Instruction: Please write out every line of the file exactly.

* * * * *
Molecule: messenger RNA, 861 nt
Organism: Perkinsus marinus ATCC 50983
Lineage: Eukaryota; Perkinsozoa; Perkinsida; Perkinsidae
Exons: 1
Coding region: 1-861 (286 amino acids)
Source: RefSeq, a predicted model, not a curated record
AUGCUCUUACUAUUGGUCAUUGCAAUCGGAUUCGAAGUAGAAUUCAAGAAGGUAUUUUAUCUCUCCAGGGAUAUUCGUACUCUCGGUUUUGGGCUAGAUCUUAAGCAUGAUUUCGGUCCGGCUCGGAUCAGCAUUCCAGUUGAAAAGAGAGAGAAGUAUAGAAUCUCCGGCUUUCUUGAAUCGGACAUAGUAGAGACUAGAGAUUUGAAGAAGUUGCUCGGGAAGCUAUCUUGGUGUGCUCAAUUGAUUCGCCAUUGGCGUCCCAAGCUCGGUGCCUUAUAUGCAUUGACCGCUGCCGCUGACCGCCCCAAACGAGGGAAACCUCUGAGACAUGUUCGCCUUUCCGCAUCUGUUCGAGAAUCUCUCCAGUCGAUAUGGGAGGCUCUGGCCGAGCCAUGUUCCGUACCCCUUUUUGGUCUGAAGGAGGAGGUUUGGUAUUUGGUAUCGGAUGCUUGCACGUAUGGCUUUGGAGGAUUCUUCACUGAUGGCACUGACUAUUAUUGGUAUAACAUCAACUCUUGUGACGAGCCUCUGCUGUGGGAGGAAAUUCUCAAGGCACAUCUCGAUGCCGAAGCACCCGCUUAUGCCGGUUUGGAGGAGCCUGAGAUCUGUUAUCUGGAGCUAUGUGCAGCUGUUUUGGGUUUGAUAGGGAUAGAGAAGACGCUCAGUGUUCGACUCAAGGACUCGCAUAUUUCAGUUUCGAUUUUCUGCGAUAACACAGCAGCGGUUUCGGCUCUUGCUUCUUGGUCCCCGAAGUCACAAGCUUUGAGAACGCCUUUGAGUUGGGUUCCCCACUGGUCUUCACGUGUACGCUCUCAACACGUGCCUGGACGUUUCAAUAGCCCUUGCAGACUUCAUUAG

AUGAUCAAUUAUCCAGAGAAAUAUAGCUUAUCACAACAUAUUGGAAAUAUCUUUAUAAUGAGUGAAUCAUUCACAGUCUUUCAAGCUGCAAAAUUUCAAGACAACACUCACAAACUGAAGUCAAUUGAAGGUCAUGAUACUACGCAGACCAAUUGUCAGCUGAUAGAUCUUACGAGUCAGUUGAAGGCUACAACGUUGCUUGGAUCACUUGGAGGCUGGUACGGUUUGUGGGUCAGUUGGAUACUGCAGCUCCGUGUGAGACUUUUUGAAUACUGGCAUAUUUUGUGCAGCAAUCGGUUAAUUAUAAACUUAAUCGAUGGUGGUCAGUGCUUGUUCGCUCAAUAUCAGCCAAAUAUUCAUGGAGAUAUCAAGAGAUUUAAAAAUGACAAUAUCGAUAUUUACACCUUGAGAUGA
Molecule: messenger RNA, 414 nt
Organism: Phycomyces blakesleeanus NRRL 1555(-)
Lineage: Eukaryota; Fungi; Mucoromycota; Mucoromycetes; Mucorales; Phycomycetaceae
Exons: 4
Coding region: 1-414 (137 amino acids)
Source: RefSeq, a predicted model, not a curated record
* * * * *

Molecule: messenger RNA, 861 nt
Organism: Perkinsus marinus ATCC 50983
Lineage: Eukaryota; Perkinsozoa; Perkinsida; Perkinsidae
Exons: 1
Coding region: 1-861 (286 amino acids)
Source: RefSeq, a predicted model, not a curated record
AUGCUCUUACUAUUGGUCAUUGCAAUCGGAUUCGAAGUAGAAUUCAAGAAGGUAUUUUAUCUCUCCAGGGAUAUUCGUACUCUCGGUUUUGGGCUAGAUCUUAAGCAUGAUUUCGGUCCGGCUCGGAUCAGCAUUCCAGUUGAAAAGAGAGAGAAGUAUAGAAUCUCCGGCUUUCUUGAAUCGGACAUAGUAGAGACUAGAGAUUUGAAGAAGUUGCUCGGGAAGCUAUCUUGGUGUGCUCAAUUGAUUCGCCAUUGGCGUCCCAAGCUCGGUGCCUUAUAUGCAUUGACCGCUGCCGCUGACCGCCCCAAACGAGGGAAACCUCUGAGACAUGUUCGCCUUUCCGCAUCUGUUCGAGAAUCUCUCCAGUCGAUAUGGGAGGCUCUGGCCGAGCCAUGUUCCGUACCCCUUUUUGGUCUGAAGGAGGAGGUUUGGUAUUUGGUAUCGGAUGCUUGCACGUAUGGCUUUGGAGGAUUCUUCACUGAUGGCACUGACUAUUAUUGGUAUAACAUCAACUCUUGUGACGAGCCUCUGCUGUGGGAGGAAAUUCUCAAGGCACAUCUCGAUGCCGAAGCACCCGCUUAUGCCGGUUUGGAGGAGCCUGAGAUCUGUUAUCUGGAGCUAUGUGCAGCUGUUUUGGGUUUGAUAGGGAUAGAGAAGACGCUCAGUGUUCGACUCAAGGACUCGCAUAUUUCAGUUUCGAUUUUCUGCGAUAACACAGCAGCGGUUUCGGCUCUUGCUUCUUGGUCCCCGAAGUCACAAGCUUUGAGAACGCCUUUGAGUUGGGUUCCCCACUGGUCUUCACGUGUACGCUCUCAACACGUGCCUGGACGUUUCAAUAGCCCUUGCAGACUUCAUUAG

AUGAUCAAUUAUCCAGAGAAAUAUAGCUUAUCACAACAUAUUGGAAAUAUCUUUAUAAUGAGUGAAUCAUUCACAGUCUUUCAAGCUGCAAAAUUUCAAGACAACACUCACAAACUGAAGUCAAUUGAAGGUCAUGAUACUACGCAGACCAAUUGUCAGCUGAUAGAUCUUACGAGUCAGUUGAAGGCUACAACGUUGCUUGGAUCACUUGGAGGCUGGUACGGUUUGUGGGUCAGUUGGAUACUGCAGCUCCGUGUGAGACUUUUUGAAUACUGGCAUAUUUUGUGCAGCAAUCGGUUAAUUAUAAACUUAAUCGAUGGUGGUCAGUGCUUGUUCGCUCAAUAUCAGCCAAAUAUUCAUGGAGAUAUCAAGAGAUUUAAAAAUGACAAUAUCGAUAUUUACACCUUGAGAUGA
Molecule: messenger RNA, 414 nt
Organism: Phycomyces blakesleeanus NRRL 1555(-)
Lineage: Eukaryota; Fungi; Mucoromycota; Mucoromycetes; Mucorales; Phycomycetaceae
Exons: 4
Coding region: 1-414 (137 amino acids)
Source: RefSeq, a predicted model, not a curated record